When it comes to voting, Massachusetts hasn’t passed many of the progressive reforms to ease ballot access that have been implemented in many other blue states. But on Thursday, Massachusetts Gov. Deval Patrick (D) signed into law one of the most effective voting changes for both cutting down on election-day chaos, and giving access to particularly disenfranchised groups.
Massachusetts’ new early voting law allows voters to go to the polls up to 11 days before Election Day. It also includes other changes meant to encourage voting, including allowing teens to pre-register at age 16 or 17, and creating an online portal for checking voter registration status. The early voting period is particularly vital for the elderly, low-income voters, and others who have limited means for getting to the polls. African American voters are also significantly more likely to vote early, particularly on Sundays when churches lead voter drives.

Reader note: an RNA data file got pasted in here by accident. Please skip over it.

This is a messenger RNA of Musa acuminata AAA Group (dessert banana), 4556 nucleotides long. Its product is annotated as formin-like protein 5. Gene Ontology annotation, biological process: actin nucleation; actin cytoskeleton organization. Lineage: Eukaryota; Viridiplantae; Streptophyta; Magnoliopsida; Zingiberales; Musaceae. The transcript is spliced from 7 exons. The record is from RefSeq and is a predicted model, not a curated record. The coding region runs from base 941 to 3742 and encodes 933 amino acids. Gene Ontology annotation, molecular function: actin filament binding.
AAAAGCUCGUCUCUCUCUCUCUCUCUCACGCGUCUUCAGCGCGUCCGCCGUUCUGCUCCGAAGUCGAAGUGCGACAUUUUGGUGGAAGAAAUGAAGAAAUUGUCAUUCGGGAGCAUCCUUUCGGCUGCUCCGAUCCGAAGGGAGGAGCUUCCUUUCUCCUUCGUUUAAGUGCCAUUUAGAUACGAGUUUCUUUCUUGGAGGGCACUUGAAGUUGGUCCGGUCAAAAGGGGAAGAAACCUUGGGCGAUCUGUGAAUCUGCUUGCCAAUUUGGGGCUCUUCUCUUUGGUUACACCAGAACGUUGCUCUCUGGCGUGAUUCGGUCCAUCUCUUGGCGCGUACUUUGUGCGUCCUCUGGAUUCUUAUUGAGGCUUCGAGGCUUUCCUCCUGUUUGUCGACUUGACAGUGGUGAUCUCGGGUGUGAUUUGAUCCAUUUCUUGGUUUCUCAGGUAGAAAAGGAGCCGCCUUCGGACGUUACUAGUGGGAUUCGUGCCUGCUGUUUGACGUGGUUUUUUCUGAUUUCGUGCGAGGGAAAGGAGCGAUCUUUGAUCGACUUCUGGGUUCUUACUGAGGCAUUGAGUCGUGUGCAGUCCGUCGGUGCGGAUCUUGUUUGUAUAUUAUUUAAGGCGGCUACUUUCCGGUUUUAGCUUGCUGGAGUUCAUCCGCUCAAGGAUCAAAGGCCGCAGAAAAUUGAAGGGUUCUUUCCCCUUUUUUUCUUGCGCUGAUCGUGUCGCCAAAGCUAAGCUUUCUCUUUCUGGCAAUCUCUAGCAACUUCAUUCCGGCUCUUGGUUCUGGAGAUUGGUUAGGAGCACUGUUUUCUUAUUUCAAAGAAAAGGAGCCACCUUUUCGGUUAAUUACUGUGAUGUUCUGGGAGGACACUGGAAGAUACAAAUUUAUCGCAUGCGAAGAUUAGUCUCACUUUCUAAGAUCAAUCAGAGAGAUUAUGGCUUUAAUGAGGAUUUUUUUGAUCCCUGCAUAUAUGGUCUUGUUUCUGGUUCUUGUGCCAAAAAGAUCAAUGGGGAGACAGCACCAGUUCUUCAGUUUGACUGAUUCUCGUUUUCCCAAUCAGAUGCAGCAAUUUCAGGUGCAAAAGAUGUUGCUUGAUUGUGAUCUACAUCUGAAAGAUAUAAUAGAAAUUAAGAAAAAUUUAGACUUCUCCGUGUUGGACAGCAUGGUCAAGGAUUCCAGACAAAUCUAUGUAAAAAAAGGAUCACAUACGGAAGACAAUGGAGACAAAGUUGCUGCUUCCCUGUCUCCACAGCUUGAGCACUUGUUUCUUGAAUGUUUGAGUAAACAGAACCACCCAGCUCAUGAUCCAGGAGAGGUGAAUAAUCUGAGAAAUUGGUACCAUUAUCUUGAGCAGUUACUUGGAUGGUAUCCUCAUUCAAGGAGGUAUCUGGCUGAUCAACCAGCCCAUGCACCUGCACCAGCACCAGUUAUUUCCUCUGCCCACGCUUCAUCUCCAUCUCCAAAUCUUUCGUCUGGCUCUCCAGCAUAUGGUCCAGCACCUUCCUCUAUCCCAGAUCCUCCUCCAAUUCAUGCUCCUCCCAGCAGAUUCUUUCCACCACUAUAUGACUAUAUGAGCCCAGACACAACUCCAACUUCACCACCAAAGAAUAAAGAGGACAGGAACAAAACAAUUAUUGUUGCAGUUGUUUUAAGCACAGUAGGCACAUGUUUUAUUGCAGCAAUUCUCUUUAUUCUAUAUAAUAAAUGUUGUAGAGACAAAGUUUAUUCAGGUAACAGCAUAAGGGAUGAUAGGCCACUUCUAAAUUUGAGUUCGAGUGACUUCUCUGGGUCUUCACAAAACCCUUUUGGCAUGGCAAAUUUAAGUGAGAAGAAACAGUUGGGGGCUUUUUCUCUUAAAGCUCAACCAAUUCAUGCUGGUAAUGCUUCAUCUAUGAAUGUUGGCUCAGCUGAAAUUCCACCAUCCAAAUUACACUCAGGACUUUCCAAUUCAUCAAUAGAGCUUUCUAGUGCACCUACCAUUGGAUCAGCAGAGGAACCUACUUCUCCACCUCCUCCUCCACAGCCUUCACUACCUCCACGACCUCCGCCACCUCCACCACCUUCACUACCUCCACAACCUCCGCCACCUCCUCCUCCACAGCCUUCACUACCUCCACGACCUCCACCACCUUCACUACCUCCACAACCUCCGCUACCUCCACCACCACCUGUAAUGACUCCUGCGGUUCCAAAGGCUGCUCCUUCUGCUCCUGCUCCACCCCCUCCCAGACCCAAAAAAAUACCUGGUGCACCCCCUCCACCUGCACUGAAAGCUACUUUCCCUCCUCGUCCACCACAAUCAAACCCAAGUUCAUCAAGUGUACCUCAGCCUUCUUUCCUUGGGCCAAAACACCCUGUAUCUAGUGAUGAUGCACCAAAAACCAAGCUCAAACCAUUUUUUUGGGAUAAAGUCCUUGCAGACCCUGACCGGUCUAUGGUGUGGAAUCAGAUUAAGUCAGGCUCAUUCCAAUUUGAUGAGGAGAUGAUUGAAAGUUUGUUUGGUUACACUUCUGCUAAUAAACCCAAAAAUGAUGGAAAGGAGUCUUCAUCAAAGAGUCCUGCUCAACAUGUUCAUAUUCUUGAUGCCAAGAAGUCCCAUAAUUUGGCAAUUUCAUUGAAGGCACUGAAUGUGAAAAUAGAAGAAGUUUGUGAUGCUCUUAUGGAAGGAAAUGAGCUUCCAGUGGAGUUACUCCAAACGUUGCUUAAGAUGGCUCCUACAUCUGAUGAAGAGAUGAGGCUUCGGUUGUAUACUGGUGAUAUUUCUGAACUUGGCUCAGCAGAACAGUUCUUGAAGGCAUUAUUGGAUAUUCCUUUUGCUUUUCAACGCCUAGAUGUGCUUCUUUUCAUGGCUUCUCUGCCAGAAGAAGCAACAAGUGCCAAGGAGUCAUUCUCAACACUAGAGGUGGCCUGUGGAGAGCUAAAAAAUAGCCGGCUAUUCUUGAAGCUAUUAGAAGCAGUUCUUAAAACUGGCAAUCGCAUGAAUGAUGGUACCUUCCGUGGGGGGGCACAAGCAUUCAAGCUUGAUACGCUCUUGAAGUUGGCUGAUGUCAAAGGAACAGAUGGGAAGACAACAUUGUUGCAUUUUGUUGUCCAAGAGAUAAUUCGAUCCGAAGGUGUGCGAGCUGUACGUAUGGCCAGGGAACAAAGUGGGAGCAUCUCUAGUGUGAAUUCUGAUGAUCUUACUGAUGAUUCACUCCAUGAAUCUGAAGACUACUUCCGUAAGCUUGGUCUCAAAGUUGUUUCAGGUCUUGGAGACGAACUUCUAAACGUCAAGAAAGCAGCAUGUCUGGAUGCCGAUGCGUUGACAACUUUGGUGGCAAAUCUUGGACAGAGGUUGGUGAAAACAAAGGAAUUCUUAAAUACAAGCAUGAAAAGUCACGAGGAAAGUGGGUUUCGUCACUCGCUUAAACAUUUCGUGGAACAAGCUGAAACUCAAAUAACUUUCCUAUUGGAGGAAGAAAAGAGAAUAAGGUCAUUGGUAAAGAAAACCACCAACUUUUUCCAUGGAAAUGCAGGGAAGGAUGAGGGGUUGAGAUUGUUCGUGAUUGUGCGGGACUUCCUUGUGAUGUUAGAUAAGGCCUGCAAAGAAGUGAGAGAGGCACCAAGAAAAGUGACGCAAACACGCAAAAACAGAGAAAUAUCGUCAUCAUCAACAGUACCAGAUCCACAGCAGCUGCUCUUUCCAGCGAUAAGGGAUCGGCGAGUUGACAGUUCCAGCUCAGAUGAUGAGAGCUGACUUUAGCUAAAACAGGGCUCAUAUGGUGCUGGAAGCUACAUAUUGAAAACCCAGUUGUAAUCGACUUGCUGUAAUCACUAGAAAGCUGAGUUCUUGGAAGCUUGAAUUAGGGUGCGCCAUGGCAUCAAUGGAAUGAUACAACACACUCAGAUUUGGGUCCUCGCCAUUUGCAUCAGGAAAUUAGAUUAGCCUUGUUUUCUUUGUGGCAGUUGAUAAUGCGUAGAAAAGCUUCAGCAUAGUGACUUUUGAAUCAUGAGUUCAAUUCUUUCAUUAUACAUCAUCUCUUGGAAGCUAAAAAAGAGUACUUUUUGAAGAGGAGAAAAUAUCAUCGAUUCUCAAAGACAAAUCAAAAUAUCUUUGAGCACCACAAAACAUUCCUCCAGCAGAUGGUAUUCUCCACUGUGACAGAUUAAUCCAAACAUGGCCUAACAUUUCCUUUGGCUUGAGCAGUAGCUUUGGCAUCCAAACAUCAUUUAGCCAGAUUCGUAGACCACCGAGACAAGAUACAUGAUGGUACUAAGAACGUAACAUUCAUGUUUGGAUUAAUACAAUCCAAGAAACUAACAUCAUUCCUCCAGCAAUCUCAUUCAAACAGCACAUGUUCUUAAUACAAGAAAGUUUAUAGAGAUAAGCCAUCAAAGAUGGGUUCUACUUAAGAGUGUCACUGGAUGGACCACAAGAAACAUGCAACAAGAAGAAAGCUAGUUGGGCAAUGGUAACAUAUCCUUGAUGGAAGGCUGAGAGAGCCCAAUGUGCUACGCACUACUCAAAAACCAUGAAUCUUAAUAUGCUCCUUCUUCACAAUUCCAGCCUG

The final version of the bill did omit one crucial provision tied to increased turnout. The legislature removed a provision in earlier versions that allowed same-day registration before sending it to Gov. Patrick.
Massachusetts becomes the 33rd state to implement early voting, joining many deep red states like Utah and Louisiana that already allow voting before election day.